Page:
Politics

Romney Says He Will Very Likely Vote for Witnesses in Impeachment Trial

Sen. Mitt Romney (R-Utah) said he would support a push from Democrats to call more witnesses to testify in the Senate impeachment trial of President Donald Trump.

“I think its very likely Ill be in favor of witnesses, but I havent made a decision finally yet and I wont until the testimony is completed,” he told reporters on Saturday after the first day of arguments from the presidents legal team.

When he was asked about Trumps defense, Romney replied, “I just dont have any comments on the process or the evidence until the trial is over.”

Before the trial started, Romney, who has been a vocal critic of Trump, said he would be interested in hearing testimony from former national security adviser John Bolton after he indicated that he would be willing to take the stand in the Senate trial.

“I would like to hear from John Bolton and other witnesses, but at the same time Im comfortable with the Clinton impeachment model when we have opening arguments first and then we have a vote on whether to have witnesses,” Romney remarked earlier in January.

But, in all, four Republicans would have to join Democrats to vote in favor of subpoenas and witnesses in the case, which could potentially trigger a lengthy court battle that would extend the trial.

Romneys comments came after about 20 hours of arguments presented by House managers, led by House Intelligence Chairman Adam Schiff (D-Calif.), in which they presented arguments in favor of removing Trump. They have alleged he withheld aid to Ukraine in exchange for potentially advantageous investigations into a political rival, which the president has denied.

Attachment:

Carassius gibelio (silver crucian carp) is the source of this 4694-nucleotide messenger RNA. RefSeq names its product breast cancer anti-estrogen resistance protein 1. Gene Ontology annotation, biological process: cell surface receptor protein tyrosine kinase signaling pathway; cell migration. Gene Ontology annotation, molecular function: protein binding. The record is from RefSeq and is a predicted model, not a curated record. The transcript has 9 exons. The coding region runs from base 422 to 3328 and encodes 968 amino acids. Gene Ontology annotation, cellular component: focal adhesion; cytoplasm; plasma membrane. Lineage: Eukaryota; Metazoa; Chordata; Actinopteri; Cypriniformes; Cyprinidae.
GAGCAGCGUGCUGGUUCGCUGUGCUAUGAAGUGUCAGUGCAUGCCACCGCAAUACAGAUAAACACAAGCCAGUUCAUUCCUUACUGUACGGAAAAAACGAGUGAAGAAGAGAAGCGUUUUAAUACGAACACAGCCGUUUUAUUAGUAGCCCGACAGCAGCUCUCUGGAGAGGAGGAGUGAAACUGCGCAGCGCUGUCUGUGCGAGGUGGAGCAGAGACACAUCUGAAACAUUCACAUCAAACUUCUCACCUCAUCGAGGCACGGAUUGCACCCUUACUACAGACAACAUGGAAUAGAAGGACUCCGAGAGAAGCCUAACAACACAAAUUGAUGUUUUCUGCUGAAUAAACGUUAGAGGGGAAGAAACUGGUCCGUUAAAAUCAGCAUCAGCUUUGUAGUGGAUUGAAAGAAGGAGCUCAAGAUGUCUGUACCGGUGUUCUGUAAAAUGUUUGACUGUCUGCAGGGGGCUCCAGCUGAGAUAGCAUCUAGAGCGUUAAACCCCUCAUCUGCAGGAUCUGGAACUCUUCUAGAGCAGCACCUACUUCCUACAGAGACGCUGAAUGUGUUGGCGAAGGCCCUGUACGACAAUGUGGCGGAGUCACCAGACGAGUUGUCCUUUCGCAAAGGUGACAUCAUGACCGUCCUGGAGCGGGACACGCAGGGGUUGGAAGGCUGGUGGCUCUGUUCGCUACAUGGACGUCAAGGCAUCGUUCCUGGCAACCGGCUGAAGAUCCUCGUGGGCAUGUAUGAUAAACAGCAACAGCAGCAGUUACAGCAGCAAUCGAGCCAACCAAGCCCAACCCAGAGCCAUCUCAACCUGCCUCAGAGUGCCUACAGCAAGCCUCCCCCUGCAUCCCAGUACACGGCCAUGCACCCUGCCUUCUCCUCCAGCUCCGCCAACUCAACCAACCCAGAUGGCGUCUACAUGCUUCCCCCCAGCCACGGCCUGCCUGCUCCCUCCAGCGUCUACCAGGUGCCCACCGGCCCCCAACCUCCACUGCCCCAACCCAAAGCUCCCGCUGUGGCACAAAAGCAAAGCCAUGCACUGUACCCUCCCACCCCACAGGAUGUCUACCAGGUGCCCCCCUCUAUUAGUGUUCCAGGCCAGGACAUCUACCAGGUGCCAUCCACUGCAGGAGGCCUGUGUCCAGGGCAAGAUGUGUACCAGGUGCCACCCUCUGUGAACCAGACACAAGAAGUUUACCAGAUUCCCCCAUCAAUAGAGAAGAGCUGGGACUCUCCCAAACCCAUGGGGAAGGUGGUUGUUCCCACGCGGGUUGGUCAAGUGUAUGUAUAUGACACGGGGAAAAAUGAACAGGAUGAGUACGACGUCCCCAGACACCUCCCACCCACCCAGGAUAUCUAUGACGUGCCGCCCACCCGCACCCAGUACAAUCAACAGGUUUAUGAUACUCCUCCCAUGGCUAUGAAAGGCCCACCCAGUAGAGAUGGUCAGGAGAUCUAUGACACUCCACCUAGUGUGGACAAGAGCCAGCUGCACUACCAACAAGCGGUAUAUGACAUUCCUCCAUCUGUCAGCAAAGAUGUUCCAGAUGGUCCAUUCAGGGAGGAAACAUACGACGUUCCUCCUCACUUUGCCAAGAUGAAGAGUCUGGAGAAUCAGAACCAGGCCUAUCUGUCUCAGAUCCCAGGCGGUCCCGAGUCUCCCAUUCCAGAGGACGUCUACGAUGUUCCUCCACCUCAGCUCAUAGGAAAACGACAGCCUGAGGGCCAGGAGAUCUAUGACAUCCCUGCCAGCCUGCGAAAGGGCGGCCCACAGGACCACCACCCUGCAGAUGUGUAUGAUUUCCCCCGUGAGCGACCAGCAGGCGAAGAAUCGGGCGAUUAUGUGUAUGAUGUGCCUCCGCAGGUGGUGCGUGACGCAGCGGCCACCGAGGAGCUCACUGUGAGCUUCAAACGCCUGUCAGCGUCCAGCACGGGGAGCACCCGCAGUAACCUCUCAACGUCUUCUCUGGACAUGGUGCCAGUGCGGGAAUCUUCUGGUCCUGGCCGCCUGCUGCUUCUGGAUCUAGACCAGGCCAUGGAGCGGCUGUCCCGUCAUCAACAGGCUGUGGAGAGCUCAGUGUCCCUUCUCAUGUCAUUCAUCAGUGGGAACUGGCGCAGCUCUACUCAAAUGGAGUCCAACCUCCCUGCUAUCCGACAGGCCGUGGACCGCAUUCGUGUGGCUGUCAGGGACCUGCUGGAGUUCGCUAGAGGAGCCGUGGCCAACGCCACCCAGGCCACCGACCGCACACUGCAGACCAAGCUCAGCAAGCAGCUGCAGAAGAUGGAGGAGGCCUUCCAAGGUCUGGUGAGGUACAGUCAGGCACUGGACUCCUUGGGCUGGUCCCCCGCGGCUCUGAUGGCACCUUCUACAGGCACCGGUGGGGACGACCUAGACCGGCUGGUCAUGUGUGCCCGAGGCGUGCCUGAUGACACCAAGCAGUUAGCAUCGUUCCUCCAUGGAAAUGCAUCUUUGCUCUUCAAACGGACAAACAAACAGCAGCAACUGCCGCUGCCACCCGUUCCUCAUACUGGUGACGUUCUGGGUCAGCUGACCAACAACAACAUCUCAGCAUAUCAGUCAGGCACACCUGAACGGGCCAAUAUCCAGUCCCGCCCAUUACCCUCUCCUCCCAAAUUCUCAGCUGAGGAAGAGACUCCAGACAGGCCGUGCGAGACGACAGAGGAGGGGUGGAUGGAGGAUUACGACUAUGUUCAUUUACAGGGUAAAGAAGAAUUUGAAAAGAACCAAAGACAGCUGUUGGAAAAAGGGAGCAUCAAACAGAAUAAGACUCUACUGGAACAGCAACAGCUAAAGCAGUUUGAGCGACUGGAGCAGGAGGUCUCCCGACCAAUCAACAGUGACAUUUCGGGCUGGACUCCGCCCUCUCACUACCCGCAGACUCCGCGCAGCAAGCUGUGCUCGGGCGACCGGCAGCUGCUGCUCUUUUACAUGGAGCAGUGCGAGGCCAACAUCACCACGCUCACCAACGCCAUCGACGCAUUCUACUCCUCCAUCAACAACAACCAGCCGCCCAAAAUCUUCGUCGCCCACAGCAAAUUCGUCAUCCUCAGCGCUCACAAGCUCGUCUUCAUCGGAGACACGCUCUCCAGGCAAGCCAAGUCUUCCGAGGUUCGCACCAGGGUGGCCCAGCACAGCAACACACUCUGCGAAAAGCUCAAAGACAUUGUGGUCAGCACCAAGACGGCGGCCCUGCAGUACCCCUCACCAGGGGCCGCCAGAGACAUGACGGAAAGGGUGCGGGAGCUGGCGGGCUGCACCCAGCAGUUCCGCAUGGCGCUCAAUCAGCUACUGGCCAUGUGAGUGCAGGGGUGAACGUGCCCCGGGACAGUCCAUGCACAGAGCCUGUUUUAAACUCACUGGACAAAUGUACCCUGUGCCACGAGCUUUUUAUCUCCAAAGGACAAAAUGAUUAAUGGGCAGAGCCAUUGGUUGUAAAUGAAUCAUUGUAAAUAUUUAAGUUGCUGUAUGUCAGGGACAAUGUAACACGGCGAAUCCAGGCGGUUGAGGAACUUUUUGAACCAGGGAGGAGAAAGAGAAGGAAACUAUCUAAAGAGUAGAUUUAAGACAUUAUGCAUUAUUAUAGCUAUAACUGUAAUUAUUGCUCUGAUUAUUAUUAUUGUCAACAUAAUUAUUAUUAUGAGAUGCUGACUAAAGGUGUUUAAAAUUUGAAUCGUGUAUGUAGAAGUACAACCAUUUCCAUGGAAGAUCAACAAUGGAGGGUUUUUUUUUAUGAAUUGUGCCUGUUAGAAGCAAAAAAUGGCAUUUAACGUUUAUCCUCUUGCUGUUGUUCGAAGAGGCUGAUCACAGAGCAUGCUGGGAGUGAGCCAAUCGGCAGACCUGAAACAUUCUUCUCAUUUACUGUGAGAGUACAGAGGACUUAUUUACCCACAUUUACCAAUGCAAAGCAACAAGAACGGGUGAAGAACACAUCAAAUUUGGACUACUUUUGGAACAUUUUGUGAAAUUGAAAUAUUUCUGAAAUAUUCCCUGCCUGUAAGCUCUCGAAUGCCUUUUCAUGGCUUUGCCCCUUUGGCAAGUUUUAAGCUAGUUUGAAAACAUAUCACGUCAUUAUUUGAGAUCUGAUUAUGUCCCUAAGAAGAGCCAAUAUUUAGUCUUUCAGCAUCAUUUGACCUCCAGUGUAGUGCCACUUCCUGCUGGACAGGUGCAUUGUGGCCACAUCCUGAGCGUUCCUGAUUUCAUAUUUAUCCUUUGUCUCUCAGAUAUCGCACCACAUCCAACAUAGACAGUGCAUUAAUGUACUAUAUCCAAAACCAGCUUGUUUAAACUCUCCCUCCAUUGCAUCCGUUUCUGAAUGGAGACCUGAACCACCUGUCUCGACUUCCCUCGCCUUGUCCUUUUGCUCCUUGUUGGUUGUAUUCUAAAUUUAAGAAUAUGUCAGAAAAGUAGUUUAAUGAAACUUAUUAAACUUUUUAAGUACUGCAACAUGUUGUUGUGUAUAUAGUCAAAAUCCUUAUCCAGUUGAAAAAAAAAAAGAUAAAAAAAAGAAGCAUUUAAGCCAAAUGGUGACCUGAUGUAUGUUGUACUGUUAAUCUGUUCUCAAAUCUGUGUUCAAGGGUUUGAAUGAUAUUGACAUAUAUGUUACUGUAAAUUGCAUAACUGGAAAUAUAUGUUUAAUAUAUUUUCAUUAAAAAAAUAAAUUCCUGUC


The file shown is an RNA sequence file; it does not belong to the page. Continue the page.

On Saturday, Trumps lawyers, led by Pat Cipollone, pushed back against the impeachment managers allegations, saying there was no pressure from the White House or any evidence of a quid pro quo.

Epoch Times Photo
Epoch Times Photo
In this screengrab taken from a Senate Television webcast, White House counsel Pat Cipollone speaks during impeachment proceedings against U.S. President Donald Trump in the Senate at the U.S. Capitol in Washington on Jan. 25, 2020 (Senate Television via Getty Images)

There has been speculation that Sens. Susan Collins (R-Maine) and Lisa Murkowski (R-Alaska), who joined Democrats in rejecting the confirmation of Brett Kavanaugh to the Supreme Court, would possibly join Democrats on calling for witnesses.

Earlier this weekRead More – Source